The catalyst for this was me trying to debug a painful performance problem, which may be the subject of a later blog post. The problem has since been fixed, but we're still really happy about having this extra data.

The Goal

When I sat down and thought about what this new metrics infrastructure would look like, I came up with a short list of important characteristics I was looking for.


Whatever setup I decided on needed to be self-contained.

If the entire metrics infrastructure catches on fire it shouldn't affect the actual functionality of our site at all.

A hole in your data sucks, but it's better than a hole in your data and your availability.

I also wanted it to be completely optional when running the site locally, so it doesn't add any extra overhead when we bring on new developers or when someone wants to send us a pull request (we're open source).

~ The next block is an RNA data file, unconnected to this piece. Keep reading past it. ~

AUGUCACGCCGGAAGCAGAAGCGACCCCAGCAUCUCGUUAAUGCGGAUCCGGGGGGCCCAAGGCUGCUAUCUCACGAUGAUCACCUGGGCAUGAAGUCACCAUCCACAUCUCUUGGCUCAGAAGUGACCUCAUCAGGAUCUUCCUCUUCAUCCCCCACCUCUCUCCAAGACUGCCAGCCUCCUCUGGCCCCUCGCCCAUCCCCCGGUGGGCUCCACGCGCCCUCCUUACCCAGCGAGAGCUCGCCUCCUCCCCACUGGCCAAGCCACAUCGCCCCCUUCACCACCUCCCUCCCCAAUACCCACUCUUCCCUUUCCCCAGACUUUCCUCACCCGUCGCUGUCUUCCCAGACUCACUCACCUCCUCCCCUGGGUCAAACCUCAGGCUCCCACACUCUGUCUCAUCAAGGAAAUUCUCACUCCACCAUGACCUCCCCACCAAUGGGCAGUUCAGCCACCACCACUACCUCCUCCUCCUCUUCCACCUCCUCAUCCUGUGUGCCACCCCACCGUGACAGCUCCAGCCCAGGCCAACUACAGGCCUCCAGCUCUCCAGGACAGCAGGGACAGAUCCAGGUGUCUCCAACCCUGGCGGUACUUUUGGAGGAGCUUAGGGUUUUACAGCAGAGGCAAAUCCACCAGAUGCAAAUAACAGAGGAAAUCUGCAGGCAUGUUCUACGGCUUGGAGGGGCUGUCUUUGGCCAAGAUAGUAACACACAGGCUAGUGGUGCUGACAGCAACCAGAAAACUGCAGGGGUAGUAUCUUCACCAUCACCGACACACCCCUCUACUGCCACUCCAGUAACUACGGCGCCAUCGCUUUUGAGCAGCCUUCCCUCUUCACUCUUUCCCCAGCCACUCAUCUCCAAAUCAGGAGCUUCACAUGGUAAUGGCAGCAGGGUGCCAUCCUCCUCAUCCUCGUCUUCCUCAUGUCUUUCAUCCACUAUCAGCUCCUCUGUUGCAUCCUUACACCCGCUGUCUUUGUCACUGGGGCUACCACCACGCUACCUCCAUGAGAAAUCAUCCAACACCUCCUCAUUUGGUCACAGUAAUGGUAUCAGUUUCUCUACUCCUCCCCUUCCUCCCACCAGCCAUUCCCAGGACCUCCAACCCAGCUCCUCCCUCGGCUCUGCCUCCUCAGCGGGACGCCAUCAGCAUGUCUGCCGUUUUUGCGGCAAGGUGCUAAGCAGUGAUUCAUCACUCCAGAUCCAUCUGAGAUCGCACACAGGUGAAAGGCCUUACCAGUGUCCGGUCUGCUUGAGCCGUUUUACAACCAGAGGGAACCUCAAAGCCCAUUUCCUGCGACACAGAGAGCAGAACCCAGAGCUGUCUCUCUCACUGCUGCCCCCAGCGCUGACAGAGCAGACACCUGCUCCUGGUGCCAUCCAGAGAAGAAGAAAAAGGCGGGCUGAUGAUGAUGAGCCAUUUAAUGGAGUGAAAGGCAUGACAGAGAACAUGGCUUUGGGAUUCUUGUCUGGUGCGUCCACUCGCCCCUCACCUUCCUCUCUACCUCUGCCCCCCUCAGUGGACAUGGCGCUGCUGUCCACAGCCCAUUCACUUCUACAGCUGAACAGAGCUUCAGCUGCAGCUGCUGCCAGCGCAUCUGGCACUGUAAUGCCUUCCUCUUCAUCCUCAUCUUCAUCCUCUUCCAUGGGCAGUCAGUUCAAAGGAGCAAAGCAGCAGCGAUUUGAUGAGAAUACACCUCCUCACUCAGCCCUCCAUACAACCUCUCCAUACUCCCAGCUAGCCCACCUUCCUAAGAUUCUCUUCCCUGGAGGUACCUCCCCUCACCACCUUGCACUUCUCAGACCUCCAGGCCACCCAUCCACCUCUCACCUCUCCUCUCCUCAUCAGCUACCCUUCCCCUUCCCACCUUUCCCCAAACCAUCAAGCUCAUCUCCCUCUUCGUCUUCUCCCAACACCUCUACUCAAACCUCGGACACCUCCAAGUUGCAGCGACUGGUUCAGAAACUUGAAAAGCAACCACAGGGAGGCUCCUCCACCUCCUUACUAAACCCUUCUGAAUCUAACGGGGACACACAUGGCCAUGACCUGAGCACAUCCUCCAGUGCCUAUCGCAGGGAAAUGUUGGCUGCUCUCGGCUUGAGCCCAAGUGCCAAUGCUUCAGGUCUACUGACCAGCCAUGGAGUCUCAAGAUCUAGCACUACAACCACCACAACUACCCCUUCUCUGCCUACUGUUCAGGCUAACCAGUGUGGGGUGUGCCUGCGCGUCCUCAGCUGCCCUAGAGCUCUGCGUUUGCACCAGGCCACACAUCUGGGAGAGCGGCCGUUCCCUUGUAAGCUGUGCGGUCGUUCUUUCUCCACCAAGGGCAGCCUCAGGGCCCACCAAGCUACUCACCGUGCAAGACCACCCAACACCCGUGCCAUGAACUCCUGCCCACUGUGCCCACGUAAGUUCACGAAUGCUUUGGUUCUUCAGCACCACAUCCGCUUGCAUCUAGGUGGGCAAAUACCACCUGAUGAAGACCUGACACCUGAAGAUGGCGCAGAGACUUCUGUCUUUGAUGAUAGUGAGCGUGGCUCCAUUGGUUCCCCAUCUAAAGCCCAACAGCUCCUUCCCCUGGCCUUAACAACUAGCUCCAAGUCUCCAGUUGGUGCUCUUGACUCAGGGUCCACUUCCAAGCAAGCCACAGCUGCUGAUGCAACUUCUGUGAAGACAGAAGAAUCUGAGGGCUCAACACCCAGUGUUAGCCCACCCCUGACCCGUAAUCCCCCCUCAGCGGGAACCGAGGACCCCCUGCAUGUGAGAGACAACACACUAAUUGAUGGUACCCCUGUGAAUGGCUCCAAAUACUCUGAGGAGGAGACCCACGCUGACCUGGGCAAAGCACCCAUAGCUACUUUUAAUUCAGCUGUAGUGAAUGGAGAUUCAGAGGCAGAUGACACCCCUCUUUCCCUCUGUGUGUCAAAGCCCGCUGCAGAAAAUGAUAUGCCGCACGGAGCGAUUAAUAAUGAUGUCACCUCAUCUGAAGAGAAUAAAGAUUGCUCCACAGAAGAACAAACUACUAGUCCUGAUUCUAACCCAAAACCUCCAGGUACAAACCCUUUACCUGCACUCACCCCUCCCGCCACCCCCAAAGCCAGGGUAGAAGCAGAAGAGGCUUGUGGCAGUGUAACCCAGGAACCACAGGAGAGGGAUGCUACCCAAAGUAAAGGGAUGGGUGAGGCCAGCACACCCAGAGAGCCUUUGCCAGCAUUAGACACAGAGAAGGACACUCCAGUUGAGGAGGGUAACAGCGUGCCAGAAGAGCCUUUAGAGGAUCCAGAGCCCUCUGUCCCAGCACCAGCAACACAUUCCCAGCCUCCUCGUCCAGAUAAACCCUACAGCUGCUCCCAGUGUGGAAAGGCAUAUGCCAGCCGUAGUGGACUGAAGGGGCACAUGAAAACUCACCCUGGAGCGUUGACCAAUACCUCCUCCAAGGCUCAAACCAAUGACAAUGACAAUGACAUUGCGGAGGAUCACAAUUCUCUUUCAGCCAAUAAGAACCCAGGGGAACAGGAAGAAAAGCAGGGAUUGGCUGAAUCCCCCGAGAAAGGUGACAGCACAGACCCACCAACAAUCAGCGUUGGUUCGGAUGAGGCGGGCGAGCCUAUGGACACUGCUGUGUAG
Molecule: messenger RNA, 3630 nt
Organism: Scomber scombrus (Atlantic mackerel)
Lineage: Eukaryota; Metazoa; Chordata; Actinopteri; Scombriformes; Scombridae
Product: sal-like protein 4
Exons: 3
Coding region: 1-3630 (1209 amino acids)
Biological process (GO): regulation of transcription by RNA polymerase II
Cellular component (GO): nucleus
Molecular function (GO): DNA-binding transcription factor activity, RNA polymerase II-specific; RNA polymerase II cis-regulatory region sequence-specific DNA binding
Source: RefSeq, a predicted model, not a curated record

Visual and Flexible

Graphs are important. Looking at raw numbers is fine, but it's often easier to see trends when you can visualize your data on a graph.

We also wanted the ability the slice and dice metrics on the fly, as well as plot them against each other to look for correlation. Often you don't know what you should be looking for until after it's already happened, so the more we can do at viewing-time (as opposed to collection-time) the better.

Third-Party and Flexible

I didn't want to write everything from scratch because I knew there are a lot of options out there already created by very smart people.

With that said, I also know that "one size fits all" really means "one size doesn't really fit anyone", so I'm not averse to writing some code and sending some pull requests if necessary.


We don't get an enormous amount of traffic, so the system we pick doesn't need to scale up to Google-like levels. I'd prefer something light and modular where we can swap components in and out, even if it's a bit less efficient overall.

I'd also prioritize flexibility and ease of configuration over raw throughput, up to a certain point.


We need a way to collect very fine-grained stats. One-minute resolution (or, even worse, five minute resolution) is not fine enough to see certain effects in your application accurately.